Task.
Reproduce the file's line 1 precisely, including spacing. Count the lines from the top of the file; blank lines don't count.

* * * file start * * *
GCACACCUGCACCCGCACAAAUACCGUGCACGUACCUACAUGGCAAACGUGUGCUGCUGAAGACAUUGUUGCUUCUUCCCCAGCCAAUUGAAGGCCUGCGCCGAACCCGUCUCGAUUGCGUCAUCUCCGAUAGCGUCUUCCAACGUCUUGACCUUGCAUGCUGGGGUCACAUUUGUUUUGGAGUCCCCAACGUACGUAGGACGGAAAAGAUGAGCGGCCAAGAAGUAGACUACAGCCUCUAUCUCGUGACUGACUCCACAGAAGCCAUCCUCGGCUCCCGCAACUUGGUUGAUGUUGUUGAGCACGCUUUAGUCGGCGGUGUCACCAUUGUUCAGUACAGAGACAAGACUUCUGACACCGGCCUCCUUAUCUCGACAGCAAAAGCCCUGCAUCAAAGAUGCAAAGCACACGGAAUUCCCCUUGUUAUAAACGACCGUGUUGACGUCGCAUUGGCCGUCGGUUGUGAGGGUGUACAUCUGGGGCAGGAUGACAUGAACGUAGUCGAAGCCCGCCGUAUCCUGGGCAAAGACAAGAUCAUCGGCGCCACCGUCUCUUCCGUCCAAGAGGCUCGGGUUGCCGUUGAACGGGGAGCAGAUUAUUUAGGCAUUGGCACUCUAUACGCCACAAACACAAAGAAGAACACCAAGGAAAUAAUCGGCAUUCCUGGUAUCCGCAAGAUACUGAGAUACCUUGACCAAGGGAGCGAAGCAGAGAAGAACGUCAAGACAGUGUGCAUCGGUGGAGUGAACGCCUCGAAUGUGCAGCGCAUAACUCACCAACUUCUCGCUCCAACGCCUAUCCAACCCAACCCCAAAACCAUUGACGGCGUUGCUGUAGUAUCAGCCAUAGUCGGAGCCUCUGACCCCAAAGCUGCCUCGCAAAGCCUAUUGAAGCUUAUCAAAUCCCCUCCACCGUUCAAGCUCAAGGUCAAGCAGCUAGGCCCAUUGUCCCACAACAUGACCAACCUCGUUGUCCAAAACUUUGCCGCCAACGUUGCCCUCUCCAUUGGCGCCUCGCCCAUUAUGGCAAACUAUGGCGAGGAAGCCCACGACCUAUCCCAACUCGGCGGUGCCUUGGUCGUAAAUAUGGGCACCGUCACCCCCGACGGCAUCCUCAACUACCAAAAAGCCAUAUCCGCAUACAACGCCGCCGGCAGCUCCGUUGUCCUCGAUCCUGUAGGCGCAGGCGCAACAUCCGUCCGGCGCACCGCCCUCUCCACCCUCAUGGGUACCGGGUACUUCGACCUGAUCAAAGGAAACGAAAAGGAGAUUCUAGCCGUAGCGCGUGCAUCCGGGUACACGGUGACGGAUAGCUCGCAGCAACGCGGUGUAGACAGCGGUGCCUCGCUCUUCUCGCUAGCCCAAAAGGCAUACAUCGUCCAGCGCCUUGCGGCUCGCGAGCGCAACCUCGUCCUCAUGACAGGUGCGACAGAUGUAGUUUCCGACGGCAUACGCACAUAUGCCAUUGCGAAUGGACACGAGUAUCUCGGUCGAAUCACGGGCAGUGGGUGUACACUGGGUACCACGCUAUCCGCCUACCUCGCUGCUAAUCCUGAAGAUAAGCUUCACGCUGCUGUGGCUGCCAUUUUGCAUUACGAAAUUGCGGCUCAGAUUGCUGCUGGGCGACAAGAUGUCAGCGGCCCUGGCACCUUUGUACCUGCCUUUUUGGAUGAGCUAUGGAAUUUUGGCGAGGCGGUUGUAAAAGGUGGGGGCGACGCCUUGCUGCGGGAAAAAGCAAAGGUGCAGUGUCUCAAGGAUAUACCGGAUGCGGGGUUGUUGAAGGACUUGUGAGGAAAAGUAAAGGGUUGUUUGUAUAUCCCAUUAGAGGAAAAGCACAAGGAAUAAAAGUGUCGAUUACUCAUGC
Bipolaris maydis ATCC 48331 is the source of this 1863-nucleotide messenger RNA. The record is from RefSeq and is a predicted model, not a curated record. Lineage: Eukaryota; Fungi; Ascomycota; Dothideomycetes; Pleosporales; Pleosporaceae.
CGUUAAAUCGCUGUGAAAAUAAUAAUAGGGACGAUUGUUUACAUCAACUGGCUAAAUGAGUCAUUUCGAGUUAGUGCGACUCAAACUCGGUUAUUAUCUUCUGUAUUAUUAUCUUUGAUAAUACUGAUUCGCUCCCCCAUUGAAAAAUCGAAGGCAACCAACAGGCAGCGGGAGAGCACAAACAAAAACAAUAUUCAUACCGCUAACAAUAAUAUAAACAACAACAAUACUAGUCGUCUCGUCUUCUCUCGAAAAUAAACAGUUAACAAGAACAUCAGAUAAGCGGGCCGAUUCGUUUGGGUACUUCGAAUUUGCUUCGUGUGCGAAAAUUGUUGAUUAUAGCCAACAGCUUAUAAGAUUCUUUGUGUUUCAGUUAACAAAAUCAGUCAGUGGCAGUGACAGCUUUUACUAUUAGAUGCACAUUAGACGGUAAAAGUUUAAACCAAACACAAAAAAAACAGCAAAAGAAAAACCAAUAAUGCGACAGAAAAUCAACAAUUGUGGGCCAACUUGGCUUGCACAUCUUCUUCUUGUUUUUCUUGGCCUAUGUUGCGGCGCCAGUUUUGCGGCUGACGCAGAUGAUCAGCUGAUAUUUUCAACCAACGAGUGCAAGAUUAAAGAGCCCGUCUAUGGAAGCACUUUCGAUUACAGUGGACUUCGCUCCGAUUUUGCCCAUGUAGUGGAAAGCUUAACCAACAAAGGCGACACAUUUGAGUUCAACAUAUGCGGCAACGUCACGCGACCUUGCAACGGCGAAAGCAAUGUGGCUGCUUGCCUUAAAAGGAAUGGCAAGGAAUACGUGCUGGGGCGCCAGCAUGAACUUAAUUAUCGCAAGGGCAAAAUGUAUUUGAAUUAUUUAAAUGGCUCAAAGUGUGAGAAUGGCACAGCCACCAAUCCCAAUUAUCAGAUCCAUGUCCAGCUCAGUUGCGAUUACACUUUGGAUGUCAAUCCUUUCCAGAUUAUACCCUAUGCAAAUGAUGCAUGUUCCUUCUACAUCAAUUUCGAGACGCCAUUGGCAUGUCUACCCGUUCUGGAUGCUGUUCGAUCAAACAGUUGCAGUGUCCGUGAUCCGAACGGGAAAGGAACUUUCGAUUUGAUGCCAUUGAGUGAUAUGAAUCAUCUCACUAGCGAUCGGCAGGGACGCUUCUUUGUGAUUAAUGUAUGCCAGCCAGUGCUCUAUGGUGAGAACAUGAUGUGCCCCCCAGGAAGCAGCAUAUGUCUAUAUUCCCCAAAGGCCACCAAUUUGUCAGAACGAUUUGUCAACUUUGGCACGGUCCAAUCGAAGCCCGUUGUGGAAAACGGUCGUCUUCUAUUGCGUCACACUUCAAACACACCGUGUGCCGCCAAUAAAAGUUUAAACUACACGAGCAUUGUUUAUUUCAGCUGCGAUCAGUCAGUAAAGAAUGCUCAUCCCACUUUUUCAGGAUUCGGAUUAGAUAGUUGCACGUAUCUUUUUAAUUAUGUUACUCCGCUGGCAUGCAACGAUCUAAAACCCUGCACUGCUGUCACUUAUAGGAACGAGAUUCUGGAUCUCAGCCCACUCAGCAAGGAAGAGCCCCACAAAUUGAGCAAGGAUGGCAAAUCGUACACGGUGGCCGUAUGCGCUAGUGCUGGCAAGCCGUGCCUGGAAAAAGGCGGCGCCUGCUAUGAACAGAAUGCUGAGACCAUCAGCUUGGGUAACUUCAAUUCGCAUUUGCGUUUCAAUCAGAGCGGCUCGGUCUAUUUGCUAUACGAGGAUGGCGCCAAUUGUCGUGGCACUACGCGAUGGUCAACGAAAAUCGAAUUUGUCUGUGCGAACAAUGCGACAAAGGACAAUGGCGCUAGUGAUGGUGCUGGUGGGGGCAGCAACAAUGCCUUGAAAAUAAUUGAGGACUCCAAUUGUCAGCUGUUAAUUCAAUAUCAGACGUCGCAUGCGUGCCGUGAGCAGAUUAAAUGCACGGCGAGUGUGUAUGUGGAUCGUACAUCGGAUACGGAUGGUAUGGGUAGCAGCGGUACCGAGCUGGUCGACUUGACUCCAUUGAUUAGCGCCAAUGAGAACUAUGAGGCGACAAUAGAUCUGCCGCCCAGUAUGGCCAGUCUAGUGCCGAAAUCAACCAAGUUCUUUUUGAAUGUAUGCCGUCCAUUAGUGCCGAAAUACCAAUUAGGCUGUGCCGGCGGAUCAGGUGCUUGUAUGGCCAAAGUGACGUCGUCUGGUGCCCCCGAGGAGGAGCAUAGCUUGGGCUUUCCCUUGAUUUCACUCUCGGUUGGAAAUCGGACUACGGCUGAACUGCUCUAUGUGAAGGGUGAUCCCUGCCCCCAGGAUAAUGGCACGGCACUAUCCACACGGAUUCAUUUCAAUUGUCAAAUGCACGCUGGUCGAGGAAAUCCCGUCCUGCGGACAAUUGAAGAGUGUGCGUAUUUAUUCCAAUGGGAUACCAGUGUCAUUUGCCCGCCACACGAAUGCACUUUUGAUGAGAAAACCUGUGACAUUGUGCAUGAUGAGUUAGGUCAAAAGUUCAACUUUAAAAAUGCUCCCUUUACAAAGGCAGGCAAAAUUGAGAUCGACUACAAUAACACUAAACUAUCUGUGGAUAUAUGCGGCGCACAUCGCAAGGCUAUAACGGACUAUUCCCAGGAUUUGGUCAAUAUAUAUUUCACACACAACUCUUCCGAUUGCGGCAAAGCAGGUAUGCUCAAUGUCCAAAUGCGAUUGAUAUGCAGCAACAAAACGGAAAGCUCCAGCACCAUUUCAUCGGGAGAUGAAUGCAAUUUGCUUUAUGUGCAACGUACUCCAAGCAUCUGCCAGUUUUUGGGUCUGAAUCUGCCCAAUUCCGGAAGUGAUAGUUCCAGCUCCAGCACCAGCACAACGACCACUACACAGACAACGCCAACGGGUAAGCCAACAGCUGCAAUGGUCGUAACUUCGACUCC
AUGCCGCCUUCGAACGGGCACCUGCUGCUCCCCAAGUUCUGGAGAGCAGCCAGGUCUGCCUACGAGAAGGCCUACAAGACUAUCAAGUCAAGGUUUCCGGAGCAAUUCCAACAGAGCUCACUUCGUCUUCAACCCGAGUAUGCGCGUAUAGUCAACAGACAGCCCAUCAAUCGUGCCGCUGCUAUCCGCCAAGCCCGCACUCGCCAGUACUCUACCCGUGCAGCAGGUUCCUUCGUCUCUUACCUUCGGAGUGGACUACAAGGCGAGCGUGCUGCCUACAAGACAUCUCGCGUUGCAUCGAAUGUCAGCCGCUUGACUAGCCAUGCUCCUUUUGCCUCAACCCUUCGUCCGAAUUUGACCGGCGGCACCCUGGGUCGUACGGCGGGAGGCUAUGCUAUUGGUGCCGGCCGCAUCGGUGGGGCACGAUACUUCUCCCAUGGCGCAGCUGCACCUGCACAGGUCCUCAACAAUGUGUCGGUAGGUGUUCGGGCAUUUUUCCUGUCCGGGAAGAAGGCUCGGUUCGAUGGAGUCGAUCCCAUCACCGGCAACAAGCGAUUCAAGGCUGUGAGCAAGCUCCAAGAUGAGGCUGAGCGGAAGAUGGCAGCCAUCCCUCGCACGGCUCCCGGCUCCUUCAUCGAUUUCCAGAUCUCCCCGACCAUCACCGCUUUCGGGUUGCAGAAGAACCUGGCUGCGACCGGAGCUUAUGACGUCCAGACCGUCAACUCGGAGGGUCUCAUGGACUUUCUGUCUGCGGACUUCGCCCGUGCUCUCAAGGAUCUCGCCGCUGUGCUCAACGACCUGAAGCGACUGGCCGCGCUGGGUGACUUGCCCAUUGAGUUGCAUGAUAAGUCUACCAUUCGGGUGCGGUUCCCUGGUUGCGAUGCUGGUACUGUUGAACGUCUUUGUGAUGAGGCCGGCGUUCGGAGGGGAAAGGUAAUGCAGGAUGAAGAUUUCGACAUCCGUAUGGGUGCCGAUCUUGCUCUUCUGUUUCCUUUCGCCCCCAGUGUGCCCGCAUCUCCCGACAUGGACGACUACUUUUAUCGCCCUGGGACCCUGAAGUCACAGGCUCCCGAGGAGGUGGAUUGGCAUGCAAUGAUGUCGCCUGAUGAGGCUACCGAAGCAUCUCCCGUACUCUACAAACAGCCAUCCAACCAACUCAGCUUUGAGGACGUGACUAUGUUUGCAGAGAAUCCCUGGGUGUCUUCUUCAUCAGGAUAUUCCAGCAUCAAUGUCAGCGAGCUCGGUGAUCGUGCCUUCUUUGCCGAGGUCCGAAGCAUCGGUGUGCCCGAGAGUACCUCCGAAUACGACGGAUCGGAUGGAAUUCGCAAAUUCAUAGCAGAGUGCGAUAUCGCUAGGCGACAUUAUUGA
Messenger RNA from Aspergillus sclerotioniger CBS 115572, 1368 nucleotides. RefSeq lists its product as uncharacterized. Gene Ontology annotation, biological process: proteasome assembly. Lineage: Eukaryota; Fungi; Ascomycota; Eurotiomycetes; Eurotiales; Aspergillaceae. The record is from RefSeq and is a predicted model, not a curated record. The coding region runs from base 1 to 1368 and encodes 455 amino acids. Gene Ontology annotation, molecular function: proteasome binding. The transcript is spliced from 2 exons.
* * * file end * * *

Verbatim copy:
GCACACCUGCACCCGCACAAAUACCGUGCACGUACCUACAUGGCAAACGUGUGCUGCUGAAGACAUUGUUGCUUCUUCCCCAGCCAAUUGAAGGCCUGCGCCGAACCCGUCUCGAUUGCGUCAUCUCCGAUAGCGUCUUCCAACGUCUUGACCUUGCAUGCUGGGGUCACAUUUGUUUUGGAGUCCCCAACGUACGUAGGACGGAAAAGAUGAGCGGCCAAGAAGUAGACUACAGCCUCUAUCUCGUGACUGACUCCACAGAAGCCAUCCUCGGCUCCCGCAACUUGGUUGAUGUUGUUGAGCACGCUUUAGUCGGCGGUGUCACCAUUGUUCAGUACAGAGACAAGACUUCUGACACCGGCCUCCUUAUCUCGACAGCAAAAGCCCUGCAUCAAAGAUGCAAAGCACACGGAAUUCCCCUUGUUAUAAACGACCGUGUUGACGUCGCAUUGGCCGUCGGUUGUGAGGGUGUACAUCUGGGGCAGGAUGACAUGAACGUAGUCGAAGCCCGCCGUAUCCUGGGCAAAGACAAGAUCAUCGGCGCCACCGUCUCUUCCGUCCAAGAGGCUCGGGUUGCCGUUGAACGGGGAGCAGAUUAUUUAGGCAUUGGCACUCUAUACGCCACAAACACAAAGAAGAACACCAAGGAAAUAAUCGGCAUUCCUGGUAUCCGCAAGAUACUGAGAUACCUUGACCAAGGGAGCGAAGCAGAGAAGAACGUCAAGACAGUGUGCAUCGGUGGAGUGAACGCCUCGAAUGUGCAGCGCAUAACUCACCAACUUCUCGCUCCAACGCCUAUCCAACCCAACCCCAAAACCAUUGACGGCGUUGCUGUAGUAUCAGCCAUAGUCGGAGCCUCUGACCCCAAAGCUGCCUCGCAAAGCCUAUUGAAGCUUAUCAAAUCCCCUCCACCGUUCAAGCUCAAGGUCAAGCAGCUAGGCCCAUUGUCCCACAACAUGACCAACCUCGUUGUCCAAAACUUUGCCGCCAACGUUGCCCUCUCCAUUGGCGCCUCGCCCAUUAUGGCAAACUAUGGCGAGGAAGCCCACGACCUAUCCCAACUCGGCGGUGCCUUGGUCGUAAAUAUGGGCACCGUCACCCCCGACGGCAUCCUCAACUACCAAAAAGCCAUAUCCGCAUACAACGCCGCCGGCAGCUCCGUUGUCCUCGAUCCUGUAGGCGCAGGCGCAACAUCCGUCCGGCGCACCGCCCUCUCCACCCUCAUGGGUACCGGGUACUUCGACCUGAUCAAAGGAAACGAAAAGGAGAUUCUAGCCGUAGCGCGUGCAUCCGGGUACACGGUGACGGAUAGCUCGCAGCAACGCGGUGUAGACAGCGGUGCCUCGCUCUUCUCGCUAGCCCAAAAGGCAUACAUCGUCCAGCGCCUUGCGGCUCGCGAGCGCAACCUCGUCCUCAUGACAGGUGCGACAGAUGUAGUUUCCGACGGCAUACGCACAUAUGCCAUUGCGAAUGGACACGAGUAUCUCGGUCGAAUCACGGGCAGUGGGUGUACACUGGGUACCACGCUAUCCGCCUACCUCGCUGCUAAUCCUGAAGAUAAGCUUCACGCUGCUGUGGCUGCCAUUUUGCAUUACGAAAUUGCGGCUCAGAUUGCUGCUGGGCGACAAGAUGUCAGCGGCCCUGGCACCUUUGUACCUGCCUUUUUGGAUGAGCUAUGGAAUUUUGGCGAGGCGGUUGUAAAAGGUGGGGGCGACGCCUUGCUGCGGGAAAAAGCAAAGGUGCAGUGUCUCAAGGAUAUACCGGAUGCGGGGUUGUUGAAGGACUUGUGAGGAAAAGUAAAGGGUUGUUUGUAUAUCCCAUUAGAGGAAAAGCACAAGGAAUAAAAGUGUCGAUUACUCAUGC